Still, giving up sex isn't the answer, according to Leo Galland, the assistant clinical professor of medicine at the University of Connecticut. Along with sociologist Kiku Otto, Dr. Linda Granowetter, and nurse-social worker Kitty Doebele, Dr. Galland conducted a study that compared 84 women with a history of recurrent UTI with a group who were free of this problem. Their purpose was to determine if there were any notable differences in the sexual, hygiene and urinating habits of women with recurring UTI and those who had never been affected.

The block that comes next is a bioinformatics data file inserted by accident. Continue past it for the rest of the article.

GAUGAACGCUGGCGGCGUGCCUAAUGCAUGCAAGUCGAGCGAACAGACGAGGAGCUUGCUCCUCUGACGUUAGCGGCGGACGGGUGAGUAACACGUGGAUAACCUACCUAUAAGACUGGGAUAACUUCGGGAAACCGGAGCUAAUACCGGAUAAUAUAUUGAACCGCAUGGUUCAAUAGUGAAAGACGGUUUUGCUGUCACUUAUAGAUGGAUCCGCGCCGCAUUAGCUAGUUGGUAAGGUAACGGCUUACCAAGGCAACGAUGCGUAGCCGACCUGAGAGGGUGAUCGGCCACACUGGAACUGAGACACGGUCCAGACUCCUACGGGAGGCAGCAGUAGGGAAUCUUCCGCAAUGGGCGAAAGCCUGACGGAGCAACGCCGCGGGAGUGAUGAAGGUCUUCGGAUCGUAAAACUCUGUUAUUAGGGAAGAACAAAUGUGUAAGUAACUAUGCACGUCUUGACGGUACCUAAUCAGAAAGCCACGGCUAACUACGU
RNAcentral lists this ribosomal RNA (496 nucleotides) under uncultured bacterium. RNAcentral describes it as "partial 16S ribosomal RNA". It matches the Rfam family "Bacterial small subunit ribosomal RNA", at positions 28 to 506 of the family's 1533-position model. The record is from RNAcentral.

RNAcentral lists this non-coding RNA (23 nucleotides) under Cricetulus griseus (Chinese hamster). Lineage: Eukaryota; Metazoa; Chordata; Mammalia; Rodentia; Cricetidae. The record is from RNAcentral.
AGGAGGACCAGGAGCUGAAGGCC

Contrary to popular belief, sex was not the culprit it was originally thought to be. 'The sexual habits of the patients and controls were strikingly similar, ' says Dr. Galland. 'Not only were both groups sexually active, but they contained about the same percentage of women having frequent intercourse (three to seven times a week). Discomfort associated with sexual encounters was also distributed evenly. '
Other factorsThere was one factor related to sexual behavior that was significant, however, and that had to do with postponing urination after intercourse. The majority of the controls (68 percent) frequently voided within ten minutes of sexual intercourse while only 8 percent of the patients did.
However, the most striking difference between patients and controls was the high frequency of 'holding it in' among the patient group.